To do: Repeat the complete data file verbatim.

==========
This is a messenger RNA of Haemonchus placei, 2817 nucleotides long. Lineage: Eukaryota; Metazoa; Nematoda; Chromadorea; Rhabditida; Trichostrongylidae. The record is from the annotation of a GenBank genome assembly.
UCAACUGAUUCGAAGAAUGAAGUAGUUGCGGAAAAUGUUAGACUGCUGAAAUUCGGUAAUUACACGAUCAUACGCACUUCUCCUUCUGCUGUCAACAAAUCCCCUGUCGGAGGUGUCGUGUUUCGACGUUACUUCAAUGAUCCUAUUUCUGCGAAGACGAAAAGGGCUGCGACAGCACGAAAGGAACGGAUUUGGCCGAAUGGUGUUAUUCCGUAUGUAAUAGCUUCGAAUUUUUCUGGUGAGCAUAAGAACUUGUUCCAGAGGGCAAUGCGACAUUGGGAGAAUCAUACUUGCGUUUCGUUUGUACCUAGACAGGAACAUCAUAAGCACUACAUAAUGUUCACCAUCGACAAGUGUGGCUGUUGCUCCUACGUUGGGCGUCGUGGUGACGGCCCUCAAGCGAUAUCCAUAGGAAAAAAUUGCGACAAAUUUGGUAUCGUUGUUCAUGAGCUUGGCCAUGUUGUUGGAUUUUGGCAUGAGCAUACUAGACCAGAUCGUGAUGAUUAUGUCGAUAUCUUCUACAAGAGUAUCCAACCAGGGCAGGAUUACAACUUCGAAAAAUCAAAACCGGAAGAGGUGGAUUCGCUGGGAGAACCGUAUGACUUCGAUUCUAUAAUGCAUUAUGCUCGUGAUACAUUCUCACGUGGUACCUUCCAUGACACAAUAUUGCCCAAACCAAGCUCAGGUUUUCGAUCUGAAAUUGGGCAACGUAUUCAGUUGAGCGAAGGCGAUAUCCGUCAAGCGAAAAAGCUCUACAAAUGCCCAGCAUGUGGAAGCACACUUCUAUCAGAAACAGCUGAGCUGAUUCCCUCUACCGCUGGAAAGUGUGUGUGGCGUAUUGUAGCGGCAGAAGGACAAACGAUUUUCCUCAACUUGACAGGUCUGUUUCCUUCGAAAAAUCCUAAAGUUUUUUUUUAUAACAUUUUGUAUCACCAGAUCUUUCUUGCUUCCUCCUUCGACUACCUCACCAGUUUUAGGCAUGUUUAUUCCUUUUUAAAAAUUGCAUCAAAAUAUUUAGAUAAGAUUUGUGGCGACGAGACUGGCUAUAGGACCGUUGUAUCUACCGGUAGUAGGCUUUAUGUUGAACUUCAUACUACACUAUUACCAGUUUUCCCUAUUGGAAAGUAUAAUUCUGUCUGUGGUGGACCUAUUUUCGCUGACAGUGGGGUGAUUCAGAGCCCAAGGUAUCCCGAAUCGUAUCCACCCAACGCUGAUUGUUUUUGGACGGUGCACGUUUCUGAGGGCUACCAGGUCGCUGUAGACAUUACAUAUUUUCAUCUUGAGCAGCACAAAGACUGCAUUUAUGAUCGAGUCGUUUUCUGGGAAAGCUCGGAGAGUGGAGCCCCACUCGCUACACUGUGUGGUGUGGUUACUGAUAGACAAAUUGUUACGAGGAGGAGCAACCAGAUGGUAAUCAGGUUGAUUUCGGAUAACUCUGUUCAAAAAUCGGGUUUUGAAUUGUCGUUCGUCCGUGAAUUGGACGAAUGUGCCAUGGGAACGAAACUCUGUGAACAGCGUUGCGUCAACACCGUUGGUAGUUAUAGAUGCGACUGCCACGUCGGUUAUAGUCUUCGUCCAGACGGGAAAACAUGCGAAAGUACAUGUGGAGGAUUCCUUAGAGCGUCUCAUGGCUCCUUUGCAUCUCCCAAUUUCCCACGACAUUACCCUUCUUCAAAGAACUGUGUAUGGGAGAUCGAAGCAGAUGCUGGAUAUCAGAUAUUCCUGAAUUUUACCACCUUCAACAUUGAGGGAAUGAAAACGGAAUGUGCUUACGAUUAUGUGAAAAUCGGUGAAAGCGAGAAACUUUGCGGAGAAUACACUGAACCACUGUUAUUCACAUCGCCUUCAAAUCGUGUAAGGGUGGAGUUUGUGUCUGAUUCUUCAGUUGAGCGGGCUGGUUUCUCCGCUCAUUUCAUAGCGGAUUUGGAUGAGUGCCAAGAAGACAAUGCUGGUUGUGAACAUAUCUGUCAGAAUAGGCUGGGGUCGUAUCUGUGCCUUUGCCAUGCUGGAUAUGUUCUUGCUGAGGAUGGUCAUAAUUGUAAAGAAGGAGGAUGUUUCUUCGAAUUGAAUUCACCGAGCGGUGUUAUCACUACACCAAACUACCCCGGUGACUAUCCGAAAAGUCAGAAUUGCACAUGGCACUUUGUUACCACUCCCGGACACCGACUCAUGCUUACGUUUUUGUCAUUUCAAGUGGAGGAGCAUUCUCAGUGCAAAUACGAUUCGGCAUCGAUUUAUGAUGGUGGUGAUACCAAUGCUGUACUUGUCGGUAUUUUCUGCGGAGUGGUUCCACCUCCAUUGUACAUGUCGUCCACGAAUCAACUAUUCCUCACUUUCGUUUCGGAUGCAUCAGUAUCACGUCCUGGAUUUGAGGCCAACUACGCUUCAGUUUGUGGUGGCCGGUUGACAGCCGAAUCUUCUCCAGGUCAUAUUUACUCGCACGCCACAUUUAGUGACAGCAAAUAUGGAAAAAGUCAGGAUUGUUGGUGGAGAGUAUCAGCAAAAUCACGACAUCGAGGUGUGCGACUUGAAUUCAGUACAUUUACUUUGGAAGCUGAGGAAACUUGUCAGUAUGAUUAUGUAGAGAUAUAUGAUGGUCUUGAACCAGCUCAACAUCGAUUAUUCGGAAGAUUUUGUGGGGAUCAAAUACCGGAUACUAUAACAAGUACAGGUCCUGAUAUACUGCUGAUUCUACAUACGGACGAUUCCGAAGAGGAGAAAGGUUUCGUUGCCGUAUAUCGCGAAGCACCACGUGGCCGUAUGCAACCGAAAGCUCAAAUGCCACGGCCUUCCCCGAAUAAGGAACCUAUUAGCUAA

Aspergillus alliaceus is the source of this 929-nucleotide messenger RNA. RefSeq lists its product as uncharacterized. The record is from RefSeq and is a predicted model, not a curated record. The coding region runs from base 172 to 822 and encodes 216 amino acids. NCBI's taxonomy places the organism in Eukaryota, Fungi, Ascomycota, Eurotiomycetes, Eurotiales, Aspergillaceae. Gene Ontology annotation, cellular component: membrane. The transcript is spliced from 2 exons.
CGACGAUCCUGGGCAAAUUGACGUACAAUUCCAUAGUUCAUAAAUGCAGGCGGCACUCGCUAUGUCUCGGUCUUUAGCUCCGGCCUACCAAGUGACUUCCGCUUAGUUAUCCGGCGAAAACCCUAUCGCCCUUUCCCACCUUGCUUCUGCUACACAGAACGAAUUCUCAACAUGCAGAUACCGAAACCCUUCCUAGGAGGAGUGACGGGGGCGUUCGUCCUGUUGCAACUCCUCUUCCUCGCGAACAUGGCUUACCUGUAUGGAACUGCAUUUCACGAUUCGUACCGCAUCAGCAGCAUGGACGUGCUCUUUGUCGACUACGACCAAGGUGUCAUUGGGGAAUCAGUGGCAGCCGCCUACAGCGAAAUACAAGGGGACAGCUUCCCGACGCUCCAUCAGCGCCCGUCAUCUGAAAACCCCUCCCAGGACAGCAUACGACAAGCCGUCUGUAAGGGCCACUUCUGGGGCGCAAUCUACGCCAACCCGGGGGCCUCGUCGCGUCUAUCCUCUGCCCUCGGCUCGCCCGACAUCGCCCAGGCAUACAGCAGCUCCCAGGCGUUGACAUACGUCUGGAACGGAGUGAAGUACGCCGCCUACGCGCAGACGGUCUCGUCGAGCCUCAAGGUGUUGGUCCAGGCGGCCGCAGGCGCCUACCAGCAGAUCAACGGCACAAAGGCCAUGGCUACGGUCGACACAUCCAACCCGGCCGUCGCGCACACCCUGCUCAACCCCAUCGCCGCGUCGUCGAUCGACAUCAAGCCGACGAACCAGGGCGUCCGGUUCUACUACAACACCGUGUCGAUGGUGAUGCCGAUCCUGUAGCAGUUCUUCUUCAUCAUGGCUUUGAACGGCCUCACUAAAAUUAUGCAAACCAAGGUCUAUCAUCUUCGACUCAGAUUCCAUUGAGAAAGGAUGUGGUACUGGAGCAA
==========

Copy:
This is a messenger RNA of Haemonchus placei, 2817 nucleotides long. Lineage: Eukaryota; Metazoa; Nematoda; Chromadorea; Rhabditida; Trichostrongylidae. The record is from the annotation of a GenBank genome assembly.
UCAACUGAUUCGAAGAAUGAAGUAGUUGCGGAAAAUGUUAGACUGCUGAAAUUCGGUAAUUACACGAUCAUACGCACUUCUCCUUCUGCUGUCAACAAAUCCCCUGUCGGAGGUGUCGUGUUUCGACGUUACUUCAAUGAUCCUAUUUCUGCGAAGACGAAAAGGGCUGCGACAGCACGAAAGGAACGGAUUUGGCCGAAUGGUGUUAUUCCGUAUGUAAUAGCUUCGAAUUUUUCUGGUGAGCAUAAGAACUUGUUCCAGAGGGCAAUGCGACAUUGGGAGAAUCAUACUUGCGUUUCGUUUGUACCUAGACAGGAACAUCAUAAGCACUACAUAAUGUUCACCAUCGACAAGUGUGGCUGUUGCUCCUACGUUGGGCGUCGUGGUGACGGCCCUCAAGCGAUAUCCAUAGGAAAAAAUUGCGACAAAUUUGGUAUCGUUGUUCAUGAGCUUGGCCAUGUUGUUGGAUUUUGGCAUGAGCAUACUAGACCAGAUCGUGAUGAUUAUGUCGAUAUCUUCUACAAGAGUAUCCAACCAGGGCAGGAUUACAACUUCGAAAAAUCAAAACCGGAAGAGGUGGAUUCGCUGGGAGAACCGUAUGACUUCGAUUCUAUAAUGCAUUAUGCUCGUGAUACAUUCUCACGUGGUACCUUCCAUGACACAAUAUUGCCCAAACCAAGCUCAGGUUUUCGAUCUGAAAUUGGGCAACGUAUUCAGUUGAGCGAAGGCGAUAUCCGUCAAGCGAAAAAGCUCUACAAAUGCCCAGCAUGUGGAAGCACACUUCUAUCAGAAACAGCUGAGCUGAUUCCCUCUACCGCUGGAAAGUGUGUGUGGCGUAUUGUAGCGGCAGAAGGACAAACGAUUUUCCUCAACUUGACAGGUCUGUUUCCUUCGAAAAAUCCUAAAGUUUUUUUUUAUAACAUUUUGUAUCACCAGAUCUUUCUUGCUUCCUCCUUCGACUACCUCACCAGUUUUAGGCAUGUUUAUUCCUUUUUAAAAAUUGCAUCAAAAUAUUUAGAUAAGAUUUGUGGCGACGAGACUGGCUAUAGGACCGUUGUAUCUACCGGUAGUAGGCUUUAUGUUGAACUUCAUACUACACUAUUACCAGUUUUCCCUAUUGGAAAGUAUAAUUCUGUCUGUGGUGGACCUAUUUUCGCUGACAGUGGGGUGAUUCAGAGCCCAAGGUAUCCCGAAUCGUAUCCACCCAACGCUGAUUGUUUUUGGACGGUGCACGUUUCUGAGGGCUACCAGGUCGCUGUAGACAUUACAUAUUUUCAUCUUGAGCAGCACAAAGACUGCAUUUAUGAUCGAGUCGUUUUCUGGGAAAGCUCGGAGAGUGGAGCCCCACUCGCUACACUGUGUGGUGUGGUUACUGAUAGACAAAUUGUUACGAGGAGGAGCAACCAGAUGGUAAUCAGGUUGAUUUCGGAUAACUCUGUUCAAAAAUCGGGUUUUGAAUUGUCGUUCGUCCGUGAAUUGGACGAAUGUGCCAUGGGAACGAAACUCUGUGAACAGCGUUGCGUCAACACCGUUGGUAGUUAUAGAUGCGACUGCCACGUCGGUUAUAGUCUUCGUCCAGACGGGAAAACAUGCGAAAGUACAUGUGGAGGAUUCCUUAGAGCGUCUCAUGGCUCCUUUGCAUCUCCCAAUUUCCCACGACAUUACCCUUCUUCAAAGAACUGUGUAUGGGAGAUCGAAGCAGAUGCUGGAUAUCAGAUAUUCCUGAAUUUUACCACCUUCAACAUUGAGGGAAUGAAAACGGAAUGUGCUUACGAUUAUGUGAAAAUCGGUGAAAGCGAGAAACUUUGCGGAGAAUACACUGAACCACUGUUAUUCACAUCGCCUUCAAAUCGUGUAAGGGUGGAGUUUGUGUCUGAUUCUUCAGUUGAGCGGGCUGGUUUCUCCGCUCAUUUCAUAGCGGAUUUGGAUGAGUGCCAAGAAGACAAUGCUGGUUGUGAACAUAUCUGUCAGAAUAGGCUGGGGUCGUAUCUGUGCCUUUGCCAUGCUGGAUAUGUUCUUGCUGAGGAUGGUCAUAAUUGUAAAGAAGGAGGAUGUUUCUUCGAAUUGAAUUCACCGAGCGGUGUUAUCACUACACCAAACUACCCCGGUGACUAUCCGAAAAGUCAGAAUUGCACAUGGCACUUUGUUACCACUCCCGGACACCGACUCAUGCUUACGUUUUUGUCAUUUCAAGUGGAGGAGCAUUCUCAGUGCAAAUACGAUUCGGCAUCGAUUUAUGAUGGUGGUGAUACCAAUGCUGUACUUGUCGGUAUUUUCUGCGGAGUGGUUCCACCUCCAUUGUACAUGUCGUCCACGAAUCAACUAUUCCUCACUUUCGUUUCGGAUGCAUCAGUAUCACGUCCUGGAUUUGAGGCCAACUACGCUUCAGUUUGUGGUGGCCGGUUGACAGCCGAAUCUUCUCCAGGUCAUAUUUACUCGCACGCCACAUUUAGUGACAGCAAAUAUGGAAAAAGUCAGGAUUGUUGGUGGAGAGUAUCAGCAAAAUCACGACAUCGAGGUGUGCGACUUGAAUUCAGUACAUUUACUUUGGAAGCUGAGGAAACUUGUCAGUAUGAUUAUGUAGAGAUAUAUGAUGGUCUUGAACCAGCUCAACAUCGAUUAUUCGGAAGAUUUUGUGGGGAUCAAAUACCGGAUACUAUAACAAGUACAGGUCCUGAUAUACUGCUGAUUCUACAUACGGACGAUUCCGAAGAGGAGAAAGGUUUCGUUGCCGUAUAUCGCGAAGCACCACGUGGCCGUAUGCAACCGAAAGCUCAAAUGCCACGGCCUUCCCCGAAUAAGGAACCUAUUAGCUAA

Aspergillus alliaceus is the source of this 929-nucleotide messenger RNA. RefSeq lists its product as uncharacterized. The record is from RefSeq and is a predicted model, not a curated record. The coding region runs from base 172 to 822 and encodes 216 amino acids. NCBI's taxonomy places the organism in Eukaryota, Fungi, Ascomycota, Eurotiomycetes, Eurotiales, Aspergillaceae. Gene Ontology annotation, cellular component: membrane. The transcript is spliced from 2 exons.
CGACGAUCCUGGGCAAAUUGACGUACAAUUCCAUAGUUCAUAAAUGCAGGCGGCACUCGCUAUGUCUCGGUCUUUAGCUCCGGCCUACCAAGUGACUUCCGCUUAGUUAUCCGGCGAAAACCCUAUCGCCCUUUCCCACCUUGCUUCUGCUACACAGAACGAAUUCUCAACAUGCAGAUACCGAAACCCUUCCUAGGAGGAGUGACGGGGGCGUUCGUCCUGUUGCAACUCCUCUUCCUCGCGAACAUGGCUUACCUGUAUGGAACUGCAUUUCACGAUUCGUACCGCAUCAGCAGCAUGGACGUGCUCUUUGUCGACUACGACCAAGGUGUCAUUGGGGAAUCAGUGGCAGCCGCCUACAGCGAAAUACAAGGGGACAGCUUCCCGACGCUCCAUCAGCGCCCGUCAUCUGAAAACCCCUCCCAGGACAGCAUACGACAAGCCGUCUGUAAGGGCCACUUCUGGGGCGCAAUCUACGCCAACCCGGGGGCCUCGUCGCGUCUAUCCUCUGCCCUCGGCUCGCCCGACAUCGCCCAGGCAUACAGCAGCUCCCAGGCGUUGACAUACGUCUGGAACGGAGUGAAGUACGCCGCCUACGCGCAGACGGUCUCGUCGAGCCUCAAGGUGUUGGUCCAGGCGGCCGCAGGCGCCUACCAGCAGAUCAACGGCACAAAGGCCAUGGCUACGGUCGACACAUCCAACCCGGCCGUCGCGCACACCCUGCUCAACCCCAUCGCCGCGUCGUCGAUCGACAUCAAGCCGACGAACCAGGGCGUCCGGUUCUACUACAACACCGUGUCGAUGGUGAUGCCGAUCCUGUAGCAGUUCUUCUUCAUCAUGGCUUUGAACGGCCUCACUAAAAUUAUGCAAACCAAGGUCUAUCAUCUUCGACUCAGAUUCCAUUGAGAAAGGAUGUGGUACUGGAGCAA